> checks).  Bug 1182569 is about using them for security checks, so we can do
> the security check in shared code and remove those three security checks
> mentioned earlier in this comment.
> 
> > Is Firefox frontend just not passing the right things there? Do the values there get ignored?
> 
> Both.  The Firefox frontend doesn't have a way to pass in the right things,
> because nsIDocShell.loadURI and nsIDocShell.internalLoad are both [noscript]
> and the scriptable APIs are nsIWebNavigation.loadURI/loadURIWithOptions,
> which do not have the relevant arguments....

OK. So are we saying we need to add optional 'in' arguments on these methods so consumers can pass nsIDocshellLoadInfo, and generate a default one (ie == simple target URI principal) within docshell? That would likely mean only very very few browser/ consumers would need changing (ie the ones where we are somehow "redirecting" a load from content code through chrome code to trigger a navigation -- which hopefully all have security checks already...). Though even then, we'll likely need to add forwarding infra because of e10s and RemoteWebNavigation and friends.

Or am I still not 'getting it'? :-)
That sounds like a plausible way forward, yes....
We are trying to determine whether we need to do this bug before landing bug 1182569, which converts docshell to using AsyncOpen2.  Right now, there are cases where we don't have a triggeringPrincipal (the cases mentioned in this bug and in bug 1240258).  When we don't have a triggeringPrincipal and don't have aReferrer, we fallback to systemPrincipal[1]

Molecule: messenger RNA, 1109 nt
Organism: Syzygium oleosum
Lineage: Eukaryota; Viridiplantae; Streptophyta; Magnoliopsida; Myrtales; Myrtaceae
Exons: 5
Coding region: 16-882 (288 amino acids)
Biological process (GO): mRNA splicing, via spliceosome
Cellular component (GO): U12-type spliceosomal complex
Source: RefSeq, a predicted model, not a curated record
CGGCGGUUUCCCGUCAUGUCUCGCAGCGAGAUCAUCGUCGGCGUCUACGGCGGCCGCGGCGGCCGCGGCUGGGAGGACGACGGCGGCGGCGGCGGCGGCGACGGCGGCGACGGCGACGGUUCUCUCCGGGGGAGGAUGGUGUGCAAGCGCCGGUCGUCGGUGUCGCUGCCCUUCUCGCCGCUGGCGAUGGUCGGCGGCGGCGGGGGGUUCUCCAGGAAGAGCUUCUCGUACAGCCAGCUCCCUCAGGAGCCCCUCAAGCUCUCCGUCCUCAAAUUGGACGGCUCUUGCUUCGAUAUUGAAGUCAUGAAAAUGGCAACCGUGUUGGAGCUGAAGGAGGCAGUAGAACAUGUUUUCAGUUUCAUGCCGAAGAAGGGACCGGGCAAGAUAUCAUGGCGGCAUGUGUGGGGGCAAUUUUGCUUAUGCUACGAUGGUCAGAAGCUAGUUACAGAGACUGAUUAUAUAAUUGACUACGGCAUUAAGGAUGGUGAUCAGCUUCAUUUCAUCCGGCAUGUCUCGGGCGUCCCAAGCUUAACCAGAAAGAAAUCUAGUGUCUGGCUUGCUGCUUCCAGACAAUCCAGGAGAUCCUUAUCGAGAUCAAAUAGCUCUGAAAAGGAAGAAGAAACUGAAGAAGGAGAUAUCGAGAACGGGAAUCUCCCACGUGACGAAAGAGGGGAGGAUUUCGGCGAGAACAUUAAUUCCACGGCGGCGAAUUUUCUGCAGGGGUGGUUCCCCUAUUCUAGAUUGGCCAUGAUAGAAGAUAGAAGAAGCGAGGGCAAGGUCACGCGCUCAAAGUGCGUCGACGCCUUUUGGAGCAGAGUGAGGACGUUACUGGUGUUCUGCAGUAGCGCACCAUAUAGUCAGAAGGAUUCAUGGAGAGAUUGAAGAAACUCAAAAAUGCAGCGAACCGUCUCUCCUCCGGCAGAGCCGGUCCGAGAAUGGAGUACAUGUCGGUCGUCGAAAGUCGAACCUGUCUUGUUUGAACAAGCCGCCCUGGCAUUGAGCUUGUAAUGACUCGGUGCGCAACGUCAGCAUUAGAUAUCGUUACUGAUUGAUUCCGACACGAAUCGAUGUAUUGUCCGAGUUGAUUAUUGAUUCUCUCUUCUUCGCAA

What are the security implications of falling back to systemPrincipal for TYPE_DOCUMENT loads?  (For TYPE_SUBDOCUMENT loads we should add an assertion that requires triggeringPrincipal and doesn't allow a fallback to system.)  After the conversion in bug 1182569, loadInfo->triggeringPrincipal will be passed into NS_CheckContentLoadPolicy.  Before the conversion, if there is no triggeringPrincipal or referrer available, we would pass in a nullptr to NS_CheckContentLoadPolicy[2].  Hence, after the conversion, if there is no triggeringPrincipal or referrer available, we will pass in systemPrincipal to NS_CheckContentLoadPolicy instead of nullptr.

I don't think this is an issue for our internal Content Policies, as most of them return early for TYPE_DOCUMENT.  But it may be for external ones in addons.

What are the other implications of falling back to systemPrincipal for triggeringPrincipal for TYPE_DOCUMENT loads?  Are there any, or is the one I mentioned above the only one?

Should we worry about the addon case, or just move forward?

Adding dveditz, who can also take a look at this.

[1] https://dxr.mozilla.org/mozilla-central/source/docshell/base/nsDocShell.cpp#10811
[2] https://dxr.mozilla.org/mozilla-central/source/docshell/base/nsDocShell.cpp#9841
Flags: needinfo?(tanvi)
> What are the security implications of falling back to systemPrincipal

The docs should answer that question quite clearly these days.

https://hg.mozilla.org/mozilla-central/file/tip/netwerk/base/nsILoadInfo.idl#l244
(In reply to Tanvi Vyas [:tanvi] from comment #22)
> I don't think this is an issue for our internal Content Policies, as most of
> them return early for TYPE_DOCUMENT.  But it may be for external ones in addons.

AsyncOpen2 doesn't just check ContentPolicies, it also calls CheckLoadURI. But several add-ons will certainly care if their content policies are skipped for document loads.